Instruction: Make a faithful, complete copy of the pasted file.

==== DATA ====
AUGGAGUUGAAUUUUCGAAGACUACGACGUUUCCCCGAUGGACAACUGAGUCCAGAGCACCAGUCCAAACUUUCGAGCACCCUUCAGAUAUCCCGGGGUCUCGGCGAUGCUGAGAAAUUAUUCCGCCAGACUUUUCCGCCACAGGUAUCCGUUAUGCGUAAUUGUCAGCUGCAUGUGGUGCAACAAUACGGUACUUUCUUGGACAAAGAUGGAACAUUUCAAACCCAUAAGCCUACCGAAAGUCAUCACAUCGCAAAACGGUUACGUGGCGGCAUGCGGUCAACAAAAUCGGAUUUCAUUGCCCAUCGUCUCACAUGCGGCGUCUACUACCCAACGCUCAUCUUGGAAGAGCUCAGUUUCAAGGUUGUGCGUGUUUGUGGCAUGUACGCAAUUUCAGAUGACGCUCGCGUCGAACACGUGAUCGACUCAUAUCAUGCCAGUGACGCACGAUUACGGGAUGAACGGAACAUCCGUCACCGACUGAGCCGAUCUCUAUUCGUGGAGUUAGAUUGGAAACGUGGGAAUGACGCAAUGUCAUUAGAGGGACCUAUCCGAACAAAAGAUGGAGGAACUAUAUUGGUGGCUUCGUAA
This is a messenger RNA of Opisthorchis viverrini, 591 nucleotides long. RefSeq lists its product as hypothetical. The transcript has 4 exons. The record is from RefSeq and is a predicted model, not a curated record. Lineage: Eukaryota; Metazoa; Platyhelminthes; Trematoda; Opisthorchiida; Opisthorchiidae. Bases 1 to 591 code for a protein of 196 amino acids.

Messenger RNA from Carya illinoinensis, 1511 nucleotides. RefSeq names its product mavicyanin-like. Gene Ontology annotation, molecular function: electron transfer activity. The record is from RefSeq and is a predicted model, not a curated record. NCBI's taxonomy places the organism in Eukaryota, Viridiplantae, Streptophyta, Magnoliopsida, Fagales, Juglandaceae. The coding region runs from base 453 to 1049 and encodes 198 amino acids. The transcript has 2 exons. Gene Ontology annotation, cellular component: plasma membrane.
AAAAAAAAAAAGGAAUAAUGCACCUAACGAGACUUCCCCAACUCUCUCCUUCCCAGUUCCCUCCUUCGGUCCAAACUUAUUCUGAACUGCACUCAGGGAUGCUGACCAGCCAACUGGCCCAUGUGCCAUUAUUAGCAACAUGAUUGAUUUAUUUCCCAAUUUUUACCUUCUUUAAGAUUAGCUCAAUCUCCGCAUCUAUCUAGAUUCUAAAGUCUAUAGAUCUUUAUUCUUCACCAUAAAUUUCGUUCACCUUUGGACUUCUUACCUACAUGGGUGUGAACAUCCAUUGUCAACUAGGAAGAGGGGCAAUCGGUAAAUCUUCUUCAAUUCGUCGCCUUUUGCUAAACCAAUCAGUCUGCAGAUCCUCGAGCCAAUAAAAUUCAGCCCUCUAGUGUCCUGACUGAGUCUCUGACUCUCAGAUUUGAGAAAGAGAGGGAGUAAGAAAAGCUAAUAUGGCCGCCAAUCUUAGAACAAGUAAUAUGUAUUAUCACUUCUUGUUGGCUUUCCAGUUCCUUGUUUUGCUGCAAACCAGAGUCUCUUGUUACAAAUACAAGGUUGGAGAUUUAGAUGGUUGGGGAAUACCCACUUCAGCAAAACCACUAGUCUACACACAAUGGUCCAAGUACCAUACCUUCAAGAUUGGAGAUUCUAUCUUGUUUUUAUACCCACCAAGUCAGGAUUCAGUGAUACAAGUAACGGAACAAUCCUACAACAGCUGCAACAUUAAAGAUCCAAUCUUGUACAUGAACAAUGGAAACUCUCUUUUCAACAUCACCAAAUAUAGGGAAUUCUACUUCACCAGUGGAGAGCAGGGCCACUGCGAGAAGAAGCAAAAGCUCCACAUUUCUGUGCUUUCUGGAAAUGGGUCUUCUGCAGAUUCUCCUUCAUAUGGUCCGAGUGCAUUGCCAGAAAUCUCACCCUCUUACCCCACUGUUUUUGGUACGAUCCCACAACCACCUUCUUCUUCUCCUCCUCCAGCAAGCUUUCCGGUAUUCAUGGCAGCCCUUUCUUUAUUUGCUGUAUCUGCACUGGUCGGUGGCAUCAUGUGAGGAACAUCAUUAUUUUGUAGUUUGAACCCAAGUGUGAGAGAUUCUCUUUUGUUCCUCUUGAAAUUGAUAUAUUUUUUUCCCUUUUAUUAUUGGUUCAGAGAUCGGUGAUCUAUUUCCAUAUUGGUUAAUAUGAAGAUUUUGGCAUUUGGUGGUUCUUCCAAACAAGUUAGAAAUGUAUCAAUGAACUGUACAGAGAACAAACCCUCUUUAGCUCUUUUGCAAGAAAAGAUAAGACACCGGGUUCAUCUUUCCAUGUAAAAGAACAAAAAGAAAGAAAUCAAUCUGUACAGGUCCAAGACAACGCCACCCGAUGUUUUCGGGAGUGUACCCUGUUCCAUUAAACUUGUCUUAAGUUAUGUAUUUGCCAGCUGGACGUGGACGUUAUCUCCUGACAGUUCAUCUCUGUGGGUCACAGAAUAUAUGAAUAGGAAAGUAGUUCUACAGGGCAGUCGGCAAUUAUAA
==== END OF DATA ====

AUGGAGUUGAAUUUUCGAAGACUACGACGUUUCCCCGAUGGACAACUGAGUCCAGAGCACCAGUCCAAACUUUCGAGCACCCUUCAGAUAUCCCGGGGUCUCGGCGAUGCUGAGAAAUUAUUCCGCCAGACUUUUCCGCCACAGGUAUCCGUUAUGCGUAAUUGUCAGCUGCAUGUGGUGCAACAAUACGGUACUUUCUUGGACAAAGAUGGAACAUUUCAAACCCAUAAGCCUACCGAAAGUCAUCACAUCGCAAAACGGUUACGUGGCGGCAUGCGGUCAACAAAAUCGGAUUUCAUUGCCCAUCGUCUCACAUGCGGCGUCUACUACCCAACGCUCAUCUUGGAAGAGCUCAGUUUCAAGGUUGUGCGUGUUUGUGGCAUGUACGCAAUUUCAGAUGACGCUCGCGUCGAACACGUGAUCGACUCAUAUCAUGCCAGUGACGCACGAUUACGGGAUGAACGGAACAUCCGUCACCGACUGAGCCGAUCUCUAUUCGUGGAGUUAGAUUGGAAACGUGGGAAUGACGCAAUGUCAUUAGAGGGACCUAUCCGAACAAAAGAUGGAGGAACUAUAUUGGUGGCUUCGUAA
This is a messenger RNA of Opisthorchis viverrini, 591 nucleotides long. RefSeq lists its product as hypothetical. The transcript has 4 exons. The record is from RefSeq and is a predicted model, not a curated record. Lineage: Eukaryota; Metazoa; Platyhelminthes; Trematoda; Opisthorchiida; Opisthorchiidae. Bases 1 to 591 code for a protein of 196 amino acids.

Messenger RNA from Carya illinoinensis, 1511 nucleotides. RefSeq names its product mavicyanin-like. Gene Ontology annotation, molecular function: electron transfer activity. The record is from RefSeq and is a predicted model, not a curated record. NCBI's taxonomy places the organism in Eukaryota, Viridiplantae, Streptophyta, Magnoliopsida, Fagales, Juglandaceae. The coding region runs from base 453 to 1049 and encodes 198 amino acids. The transcript has 2 exons. Gene Ontology annotation, cellular component: plasma membrane.
AAAAAAAAAAAGGAAUAAUGCACCUAACGAGACUUCCCCAACUCUCUCCUUCCCAGUUCCCUCCUUCGGUCCAAACUUAUUCUGAACUGCACUCAGGGAUGCUGACCAGCCAACUGGCCCAUGUGCCAUUAUUAGCAACAUGAUUGAUUUAUUUCCCAAUUUUUACCUUCUUUAAGAUUAGCUCAAUCUCCGCAUCUAUCUAGAUUCUAAAGUCUAUAGAUCUUUAUUCUUCACCAUAAAUUUCGUUCACCUUUGGACUUCUUACCUACAUGGGUGUGAACAUCCAUUGUCAACUAGGAAGAGGGGCAAUCGGUAAAUCUUCUUCAAUUCGUCGCCUUUUGCUAAACCAAUCAGUCUGCAGAUCCUCGAGCCAAUAAAAUUCAGCCCUCUAGUGUCCUGACUGAGUCUCUGACUCUCAGAUUUGAGAAAGAGAGGGAGUAAGAAAAGCUAAUAUGGCCGCCAAUCUUAGAACAAGUAAUAUGUAUUAUCACUUCUUGUUGGCUUUCCAGUUCCUUGUUUUGCUGCAAACCAGAGUCUCUUGUUACAAAUACAAGGUUGGAGAUUUAGAUGGUUGGGGAAUACCCACUUCAGCAAAACCACUAGUCUACACACAAUGGUCCAAGUACCAUACCUUCAAGAUUGGAGAUUCUAUCUUGUUUUUAUACCCACCAAGUCAGGAUUCAGUGAUACAAGUAACGGAACAAUCCUACAACAGCUGCAACAUUAAAGAUCCAAUCUUGUACAUGAACAAUGGAAACUCUCUUUUCAACAUCACCAAAUAUAGGGAAUUCUACUUCACCAGUGGAGAGCAGGGCCACUGCGAGAAGAAGCAAAAGCUCCACAUUUCUGUGCUUUCUGGAAAUGGGUCUUCUGCAGAUUCUCCUUCAUAUGGUCCGAGUGCAUUGCCAGAAAUCUCACCCUCUUACCCCACUGUUUUUGGUACGAUCCCACAACCACCUUCUUCUUCUCCUCCUCCAGCAAGCUUUCCGGUAUUCAUGGCAGCCCUUUCUUUAUUUGCUGUAUCUGCACUGGUCGGUGGCAUCAUGUGAGGAACAUCAUUAUUUUGUAGUUUGAACCCAAGUGUGAGAGAUUCUCUUUUGUUCCUCUUGAAAUUGAUAUAUUUUUUUCCCUUUUAUUAUUGGUUCAGAGAUCGGUGAUCUAUUUCCAUAUUGGUUAAUAUGAAGAUUUUGGCAUUUGGUGGUUCUUCCAAACAAGUUAGAAAUGUAUCAAUGAACUGUACAGAGAACAAACCCUCUUUAGCUCUUUUGCAAGAAAAGAUAAGACACCGGGUUCAUCUUUCCAUGUAAAAGAACAAAAAGAAAGAAAUCAAUCUGUACAGGUCCAAGACAACGCCACCCGAUGUUUUCGGGAGUGUACCCUGUUCCAUUAAACUUGUCUUAAGUUAUGUAUUUGCCAGCUGGACGUGGACGUUAUCUCCUGACAGUUCAUCUCUGUGGGUCACAGAAUAUAUGAAUAGGAAAGUAGUUCUACAGGGCAGUCGGCAAUUAUAA